June 15, 2018
The Model-View-Controller architecture is the foremost feature of AngularJS, which not only increases the value of the framework for client-side application development but also sets the foundation for the other important features like data binding and scopes. What sets the MVC architecture of AngularJS apart from that of other framework is the very dynamic nature of it, which we will elaborate later on. Furthermore, unlike other frameworks with MVC, AngularJS automatically combines all the elements of the application together. So you don’t have to go through the effort of adding extra code in order to connect these elements for the smooth running of the web application.
If you’re familiar with the MVC architecture, skip to the second paragraph, if not then read on. The Model part of the AngularJS framework deals with the collection of the data that the application runs on. Now, this data can be both static and dynamic. The View, on the other hand, deals with the HTML or the interface part of the application that determines how the application will look to a user when accessed through a browser.
Now, a one-way data binding architecture will allow you to change the value of the data in the model to reflect that change in the view, or vice versa. However, with two-way data binding in AngularJS, you can change both model and view by changing the value in either. Angular does it through the simple use of the two key directives known simply as ng-model and ng-bind.
AngularJS extends the HTML with its set of inbuilt attributes called directives. These directives can also be self-created using AngularJS. The major function of these directives is to enhance the functionality of the HTML in a most basic way to make it suitable for dynamic client-side applications.
All the inbuilt directives in AngularJS begins with the prefix ng, so that whenever the HTML encounter an element prefixed as such, it knows that the said element is the part of the application. Some of the most prominent directives used in AngularJS, excluding the two previously mentioned above are ng-app, which initializes the application, ng-init, which initialises the data, ng-repeat, which repeats the HTML elements just to name a few. The functions of the above-mentioned directives must have clarified how they extend the behaviour of the application through HTML.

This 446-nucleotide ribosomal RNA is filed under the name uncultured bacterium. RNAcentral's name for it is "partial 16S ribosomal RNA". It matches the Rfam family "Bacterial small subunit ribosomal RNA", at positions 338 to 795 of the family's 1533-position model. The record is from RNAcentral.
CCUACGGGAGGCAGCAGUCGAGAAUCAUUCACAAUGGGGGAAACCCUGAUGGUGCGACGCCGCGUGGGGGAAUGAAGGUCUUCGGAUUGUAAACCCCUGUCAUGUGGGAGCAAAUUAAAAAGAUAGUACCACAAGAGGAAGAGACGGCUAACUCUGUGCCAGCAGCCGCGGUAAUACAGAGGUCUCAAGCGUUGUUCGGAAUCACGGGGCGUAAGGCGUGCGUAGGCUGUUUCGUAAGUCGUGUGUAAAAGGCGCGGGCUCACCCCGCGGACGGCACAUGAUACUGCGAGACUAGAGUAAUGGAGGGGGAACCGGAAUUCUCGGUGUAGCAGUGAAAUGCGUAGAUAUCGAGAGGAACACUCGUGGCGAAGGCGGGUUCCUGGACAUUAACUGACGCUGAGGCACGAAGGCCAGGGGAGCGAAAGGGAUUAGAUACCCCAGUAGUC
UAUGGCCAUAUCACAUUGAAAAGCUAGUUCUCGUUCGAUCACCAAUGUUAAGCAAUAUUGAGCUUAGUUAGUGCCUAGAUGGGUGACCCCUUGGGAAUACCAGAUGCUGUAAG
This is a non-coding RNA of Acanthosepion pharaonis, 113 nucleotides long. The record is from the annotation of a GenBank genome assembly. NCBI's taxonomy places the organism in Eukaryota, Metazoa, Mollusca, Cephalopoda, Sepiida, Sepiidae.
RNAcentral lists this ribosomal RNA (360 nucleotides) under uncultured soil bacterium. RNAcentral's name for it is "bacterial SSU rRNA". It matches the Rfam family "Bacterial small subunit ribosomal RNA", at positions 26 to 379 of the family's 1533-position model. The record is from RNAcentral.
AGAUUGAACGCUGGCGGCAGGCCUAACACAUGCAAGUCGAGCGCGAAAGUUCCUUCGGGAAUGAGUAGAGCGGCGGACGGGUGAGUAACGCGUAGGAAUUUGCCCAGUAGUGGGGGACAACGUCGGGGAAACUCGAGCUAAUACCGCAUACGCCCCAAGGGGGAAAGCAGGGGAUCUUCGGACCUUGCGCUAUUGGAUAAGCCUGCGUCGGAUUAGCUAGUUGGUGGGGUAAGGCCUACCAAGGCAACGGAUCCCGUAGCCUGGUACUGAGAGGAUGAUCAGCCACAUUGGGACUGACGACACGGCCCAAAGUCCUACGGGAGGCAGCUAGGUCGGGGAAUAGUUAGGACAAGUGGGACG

As well as these inbuilt directives, Angular also allows you to create your own custom directives. To do so, you’ll have to use the .directive function. Once the directive is created, you can invoke it by using its name as an HTML element, attribute, class, or comment.
In AngularJS, one module defines one application, and it is within the premises of that module that all the different elements (including the controllers, directives, and filters) of the application exist. There are different methods of adding different elements to a module like for adding a controller (which, by the way, is always defined within a module), you may use the following syntax- moduleName = angular.module(“controllerName”, ); Similarly, you can also add more elements to the module, using their specific syntaxes. What’s unique with the modules of AngularJS is that it inherently solves the problem of global function exploitation by limiting the scope of all the functions to the module, in which it was defined and used.
‘Filters’ is a useful feature of Angular JS that formats the data for a more fitting view. These filters can be used with expressions to change the data into the appropriate format of currency, date/time, JSON string, etc. The filters can also be used to arrange an array of data by adding these to the directives by using a pipe character. There are a number of inbuilt filters in AngularJS that you can use for the aforementioned and more purposes. Furthermore, you can also create more custom filters in AngularJS modules for more specific purposes. These filters will work exactly like the inbuilt filters within the scope of the parent module or application.
AngularJS has its own list of event directives that execute along with the HTML events, i.e., neither overrides the other. Some of the most commonly used AngularJS events are ng-blur, ng-change, ng-click, and ng-focus that enhances the capabilities of the web applications with two-way binding. The Angular event objects can also be used as arguments to call a function.
Angular service provides better tools for showing the required information, without messing with the MVC of the framework. These services can also directly communicate with the servers to send or receive information whilst also allowing the controllers to share their resources. Some of the most common Angular JS services include $http, $location, $timeout, and $interval. It is clear that most of these services have their counterparts as DOM objects. However, it is always suggested to use these services instead of the objects in Angular applications, as they do not carry the usual limitations that the DOM objects do.